How to Get a Home Loan to Build a House

A construction-perm loan can be more expensive than you anticipate.

A construction-perm loan can be more expensive than you anticipate.

When you ask a lender for money to build a house, you're asking him to take a leap in the dark. Instead of having a house to put up as mortgage collateral, all you have is an empty lot. To get the loan before the house is built, you have to convince the lender your dream house will be worth the money.

End Loan

If you pick one of a builder's standard designs -- possibly with a few changes or upgrades -- she may agree to let you pay for the house with an end loan agreement. Under the agreement, you take out a loan to pay her as soon as construction ends -- usually when you get a certificate of occupancy saying the house is safe. If the builder is satisfied you can deliver the loan, this is the simplest way to proceed, as you can take out a standard mortgage to pay her.

Talk to lenders before you start shopping for builders. If you can't prequalify for more than a $150,000 mortgage, you know not to ask builders for a $200,000 house.

Story Loan

If you want a custom-designed house, your builder may insist on a construction-perm loan instead. With a construction-perm, you take out a loan to pay the builder in installments and then convert the loan to a mortgage when the house is complete. Construction-perms are sometimes called story loans because they're based on a house that isn't real yet. The lender has to base his decision on the information you provide about the house you plan to build.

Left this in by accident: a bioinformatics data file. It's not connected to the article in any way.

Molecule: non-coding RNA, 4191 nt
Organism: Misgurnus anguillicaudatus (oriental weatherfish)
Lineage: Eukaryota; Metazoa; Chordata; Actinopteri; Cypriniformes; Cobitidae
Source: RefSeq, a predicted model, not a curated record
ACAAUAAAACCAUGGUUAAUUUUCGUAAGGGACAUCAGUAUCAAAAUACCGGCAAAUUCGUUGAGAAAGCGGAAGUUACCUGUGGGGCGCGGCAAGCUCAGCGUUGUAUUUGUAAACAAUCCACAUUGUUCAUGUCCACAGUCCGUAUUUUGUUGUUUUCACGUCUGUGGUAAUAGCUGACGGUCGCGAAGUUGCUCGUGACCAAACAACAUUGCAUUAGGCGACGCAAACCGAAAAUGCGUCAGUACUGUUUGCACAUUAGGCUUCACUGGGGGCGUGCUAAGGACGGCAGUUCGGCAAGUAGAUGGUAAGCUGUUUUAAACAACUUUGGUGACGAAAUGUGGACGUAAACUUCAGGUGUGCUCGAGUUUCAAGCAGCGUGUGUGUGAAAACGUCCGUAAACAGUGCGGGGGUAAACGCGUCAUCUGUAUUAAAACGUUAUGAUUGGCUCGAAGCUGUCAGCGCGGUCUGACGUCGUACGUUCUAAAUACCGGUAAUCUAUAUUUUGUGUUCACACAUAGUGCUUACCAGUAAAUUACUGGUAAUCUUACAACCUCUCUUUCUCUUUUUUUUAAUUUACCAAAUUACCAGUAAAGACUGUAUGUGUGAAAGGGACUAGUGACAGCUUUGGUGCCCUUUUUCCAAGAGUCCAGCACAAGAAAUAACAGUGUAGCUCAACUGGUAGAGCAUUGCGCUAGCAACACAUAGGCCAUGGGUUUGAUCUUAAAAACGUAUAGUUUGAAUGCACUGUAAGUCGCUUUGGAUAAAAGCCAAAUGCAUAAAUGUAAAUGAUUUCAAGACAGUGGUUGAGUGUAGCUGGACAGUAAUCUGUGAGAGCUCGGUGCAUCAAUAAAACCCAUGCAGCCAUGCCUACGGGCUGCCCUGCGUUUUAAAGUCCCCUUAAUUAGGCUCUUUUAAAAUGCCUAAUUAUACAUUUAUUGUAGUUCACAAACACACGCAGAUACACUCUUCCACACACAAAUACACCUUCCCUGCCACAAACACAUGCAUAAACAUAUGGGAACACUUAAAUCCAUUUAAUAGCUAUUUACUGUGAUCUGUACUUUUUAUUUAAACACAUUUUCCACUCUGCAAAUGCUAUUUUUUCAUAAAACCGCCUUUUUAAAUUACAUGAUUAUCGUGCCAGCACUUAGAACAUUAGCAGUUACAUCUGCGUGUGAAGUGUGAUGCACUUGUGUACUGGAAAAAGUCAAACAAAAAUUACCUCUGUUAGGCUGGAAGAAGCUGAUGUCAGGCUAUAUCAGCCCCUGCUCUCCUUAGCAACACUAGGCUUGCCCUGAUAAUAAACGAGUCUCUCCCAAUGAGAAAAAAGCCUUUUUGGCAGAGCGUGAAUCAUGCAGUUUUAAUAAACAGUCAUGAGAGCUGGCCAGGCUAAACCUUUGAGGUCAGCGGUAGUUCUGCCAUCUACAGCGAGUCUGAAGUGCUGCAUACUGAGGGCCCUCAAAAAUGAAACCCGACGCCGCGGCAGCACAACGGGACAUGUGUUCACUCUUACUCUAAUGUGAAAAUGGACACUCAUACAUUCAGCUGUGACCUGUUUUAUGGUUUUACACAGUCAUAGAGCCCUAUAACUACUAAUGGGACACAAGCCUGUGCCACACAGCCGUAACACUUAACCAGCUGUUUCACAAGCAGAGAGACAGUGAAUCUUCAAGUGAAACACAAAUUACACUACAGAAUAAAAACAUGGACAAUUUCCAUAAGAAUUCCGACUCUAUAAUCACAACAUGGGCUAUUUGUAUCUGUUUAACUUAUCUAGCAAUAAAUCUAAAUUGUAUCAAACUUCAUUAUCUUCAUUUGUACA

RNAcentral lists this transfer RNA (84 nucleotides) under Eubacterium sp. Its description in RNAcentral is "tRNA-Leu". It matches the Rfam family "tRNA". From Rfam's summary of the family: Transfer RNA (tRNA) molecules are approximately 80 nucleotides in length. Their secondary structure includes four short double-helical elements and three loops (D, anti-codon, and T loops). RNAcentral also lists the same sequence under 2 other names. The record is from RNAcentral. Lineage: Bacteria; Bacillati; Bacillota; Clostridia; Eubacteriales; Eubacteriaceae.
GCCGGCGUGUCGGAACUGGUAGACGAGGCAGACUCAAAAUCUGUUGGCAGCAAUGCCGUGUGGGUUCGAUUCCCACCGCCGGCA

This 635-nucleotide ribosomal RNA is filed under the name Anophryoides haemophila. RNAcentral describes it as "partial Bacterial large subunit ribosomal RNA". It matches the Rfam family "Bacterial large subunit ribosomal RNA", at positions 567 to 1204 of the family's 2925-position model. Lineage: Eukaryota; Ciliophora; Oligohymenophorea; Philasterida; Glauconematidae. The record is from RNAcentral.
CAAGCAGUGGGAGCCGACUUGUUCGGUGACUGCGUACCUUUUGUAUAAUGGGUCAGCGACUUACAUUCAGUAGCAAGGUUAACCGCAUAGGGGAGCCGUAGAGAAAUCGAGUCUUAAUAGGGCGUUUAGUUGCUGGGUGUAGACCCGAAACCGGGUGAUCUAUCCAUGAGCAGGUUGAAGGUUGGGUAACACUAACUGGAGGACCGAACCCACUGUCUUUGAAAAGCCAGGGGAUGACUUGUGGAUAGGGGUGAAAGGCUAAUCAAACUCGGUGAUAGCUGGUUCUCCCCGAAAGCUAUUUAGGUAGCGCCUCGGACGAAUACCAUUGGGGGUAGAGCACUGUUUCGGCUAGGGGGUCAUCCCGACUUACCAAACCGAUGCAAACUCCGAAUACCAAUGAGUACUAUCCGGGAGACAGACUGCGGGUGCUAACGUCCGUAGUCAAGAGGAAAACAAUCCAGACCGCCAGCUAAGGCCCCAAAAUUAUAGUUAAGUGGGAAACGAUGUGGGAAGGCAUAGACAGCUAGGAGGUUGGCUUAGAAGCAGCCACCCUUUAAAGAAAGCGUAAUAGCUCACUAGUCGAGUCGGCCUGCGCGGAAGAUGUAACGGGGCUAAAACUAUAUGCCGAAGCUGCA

With a construction-perm loan, lenders want the same financial information, such as your income and credit history, as with a regular mortgage. You or the builder provide design drawings for the house and key details such as the type of materials you want. The builder provides an estimate of construction costs. If you get the loan, this information becomes the basis of your construction contract.


Lenders typically include a reserve for cost overruns and changes in the amount of your construction-perm loan. If the lender pays the builder out of the reserve, the amount you owe on the loan increases. Delays in building also increase costs, as interest rates run higher on the loan during the construction phase. Research your builder thoroughly before signing with her and keep an eye on costs and requested changes as the work progresses to keep them from inflating the loan to more than you can afford.

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About the Author

A graduate of Oberlin College, Fraser Sherman began writing in 1981. Since then he's researched and written newspaper and magazine stories on city government, court cases, business, real estate and finance, the uses of new technologies and film history. Sherman has worked for more than a decade as a newspaper reporter, and his magazine articles have been published in "Newsweek," "Air & Space," "Backpacker" and "Boys' Life." Sherman is also the author of three film reference books, with a fourth currently under way.

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